Research targets new technologies to manage cattle fertility
February 15, 2018
A single-shot vaccine to sterilise female cattle and boost productivity in northern breeding herds is being developed using ground-breaking biotechnologies.
Led by The University of Queensland (UQ), the research is part of a three-year project supported by Meat & Livestock Australia (MLA) that if successful, could produce a cattle contraceptive vaccine that is effective for at least 12 months.
The project is one of 12 new on-farm research, development and adoption (RD&A) projects to receive MLA investment in 2017-18, instigated through MLA’s regional consultation process. The process enables producers to have input into the direction of RD&A funding most relevant to them.
MLA Animal Health, Welfare and Biosecurity Program Manager, Dr Jim Rothwell, said a potential vaccine would eliminate the need for surgical sterilisation of female cattle that involves removal of ovaries, or oviducts (commonly called ‘spaying’ or ‘webbing’).
Dr Rothwell said spaying of cull cows and surplus heifers was a practice used in extensively-managed beef operations to prevent pregnancy and to allow them to achieve a saleable body weight and ultimately boost herd productivity.
“MLA and the wider red meat industry are investigating alternatives to replace spaying with an effective, easy to use and welfare-friendly vaccine – predicted to cost less than $20 per shot,” Dr Rothwell said.
Professor Michael Holland, of the UQ School of Veterinary Science, is leading the new project with fellow UQ researcher Professor Michael McGowan. Professor Holland has worked on immune responses and vaccines that can induce temporary contraception in a range of pest and domesticated livestock species since the early 1990s.
His team has tested several naturally-occurring and synthetic proteins that are showing promise for use in a slow-release vaccine specifically for female cattle.
These proteins target the outermost layer of the female egg, called the zona pellucida (ZP), provoking an immune response and preventing egg fertilisation.
Professor Holland said this type of vaccine would save time for beef producers in treating stock once annually at the time of regular mustering, reduce cattle stress, cut potential losses from surgical spaying and address some animal welfare concerns associated with current sterilisation procedures.
He said initial trials using a set of proteins derived from pig ovaries, called Porcine Zona Pellucide (PZP), were showing promise for use in a cattle vaccine.
“In Brahman female cattle, we achieved 46 weeks of infertility in 89% of animals treated,” Professor Holland said.
“But this required three injections – one in young heifers, a booster at one month and another at six months. Whereas, our aim is to have a single shot injection that can be applied as early as post-weaning and persist for at least 12 months.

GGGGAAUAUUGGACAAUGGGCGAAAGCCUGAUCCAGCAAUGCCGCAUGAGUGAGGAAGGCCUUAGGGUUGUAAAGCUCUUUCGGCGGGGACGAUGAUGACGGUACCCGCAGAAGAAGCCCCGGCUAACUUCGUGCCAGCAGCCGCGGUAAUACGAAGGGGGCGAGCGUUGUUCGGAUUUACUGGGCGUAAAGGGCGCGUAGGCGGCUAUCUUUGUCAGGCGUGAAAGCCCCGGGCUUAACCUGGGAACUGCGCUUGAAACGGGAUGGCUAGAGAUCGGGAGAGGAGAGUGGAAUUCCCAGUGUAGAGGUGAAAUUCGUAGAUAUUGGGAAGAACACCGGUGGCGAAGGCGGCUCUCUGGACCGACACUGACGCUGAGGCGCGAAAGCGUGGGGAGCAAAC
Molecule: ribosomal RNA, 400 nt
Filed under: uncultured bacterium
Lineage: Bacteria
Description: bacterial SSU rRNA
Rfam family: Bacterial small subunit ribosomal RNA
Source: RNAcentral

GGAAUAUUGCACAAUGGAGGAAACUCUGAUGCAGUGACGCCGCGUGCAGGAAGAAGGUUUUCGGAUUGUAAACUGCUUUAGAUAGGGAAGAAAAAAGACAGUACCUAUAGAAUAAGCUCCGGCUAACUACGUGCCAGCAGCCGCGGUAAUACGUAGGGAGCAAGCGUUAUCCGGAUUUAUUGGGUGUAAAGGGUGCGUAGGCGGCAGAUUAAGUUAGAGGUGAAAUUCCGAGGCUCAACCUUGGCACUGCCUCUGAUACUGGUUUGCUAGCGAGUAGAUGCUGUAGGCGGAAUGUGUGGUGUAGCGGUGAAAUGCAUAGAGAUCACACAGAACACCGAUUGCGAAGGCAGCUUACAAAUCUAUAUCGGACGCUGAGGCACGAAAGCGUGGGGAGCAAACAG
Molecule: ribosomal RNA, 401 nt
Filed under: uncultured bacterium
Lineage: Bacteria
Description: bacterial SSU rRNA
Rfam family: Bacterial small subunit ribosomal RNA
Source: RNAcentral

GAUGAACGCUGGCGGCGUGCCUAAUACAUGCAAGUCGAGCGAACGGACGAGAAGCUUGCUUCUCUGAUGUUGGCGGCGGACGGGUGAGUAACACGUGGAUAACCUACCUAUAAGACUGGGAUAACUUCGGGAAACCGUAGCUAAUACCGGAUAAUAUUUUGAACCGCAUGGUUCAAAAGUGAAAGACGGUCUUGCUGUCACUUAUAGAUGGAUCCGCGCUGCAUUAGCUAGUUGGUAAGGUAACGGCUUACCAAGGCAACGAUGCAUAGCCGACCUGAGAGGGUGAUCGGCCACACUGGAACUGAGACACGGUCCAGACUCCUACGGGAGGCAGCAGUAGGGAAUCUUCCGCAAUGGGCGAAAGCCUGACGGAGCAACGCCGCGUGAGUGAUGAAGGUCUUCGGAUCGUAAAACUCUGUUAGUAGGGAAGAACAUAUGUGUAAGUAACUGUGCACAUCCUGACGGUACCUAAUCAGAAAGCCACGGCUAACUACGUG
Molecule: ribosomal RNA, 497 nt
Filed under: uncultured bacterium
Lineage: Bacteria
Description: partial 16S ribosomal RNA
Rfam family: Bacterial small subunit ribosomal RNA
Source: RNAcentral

“If we can achieve that, it will meet the management needs of rangelands producers because if they don’t want to sell treated females at 12 months, they can do a second injection to prolong infertility into a second year – or even let them breed.
“It is about providing herd management flexibility that can’t be achieved with a surgical option which, by its nature, is irreversible.”
The next step for the UQ researchers, in conjunction with colleagues in engineering and others at the Melbourne-based Swinburne University of Technology, is to investigate slow release systems.
Professor Holland said these systems would allow the agent provoking the immune response to be inserted and the agent to be slowly released over time, resulting in at least 12 months infertility.
“In addition, we are working to use biotechnologies to produce a refined or synthetic vaccine product to replace the PZP,” Professor Holland said.
“We are making progress, but the proteins we are trialling do not yet have the persistence achieved with the native pig ovary material.
“Through the MLA project, we will be looking at options to make a product that more closely resembles the natural material, or see if we can chemically synthesise parts of the PZPs.”
Professor Holland said this was rapidly evolving biotechnology, but – if successful – would be the cheapest form of a vaccine for producers.
“We are not just seeking a scientific solution, but want to make a product that is cost-effective and economic – with a goal to have a zero failure rate in female cattle,” he said.
Professor Holland said a single-shot vaccine for inducing cattle infertility could also have application in Australia’s dairy and southern beef herds and in countries such as Brazil and South Africa, where cattle are grazed extensively.
He said similar vaccines had been found to work in pest species across the globe and it was just a case of finding the right protein for the task.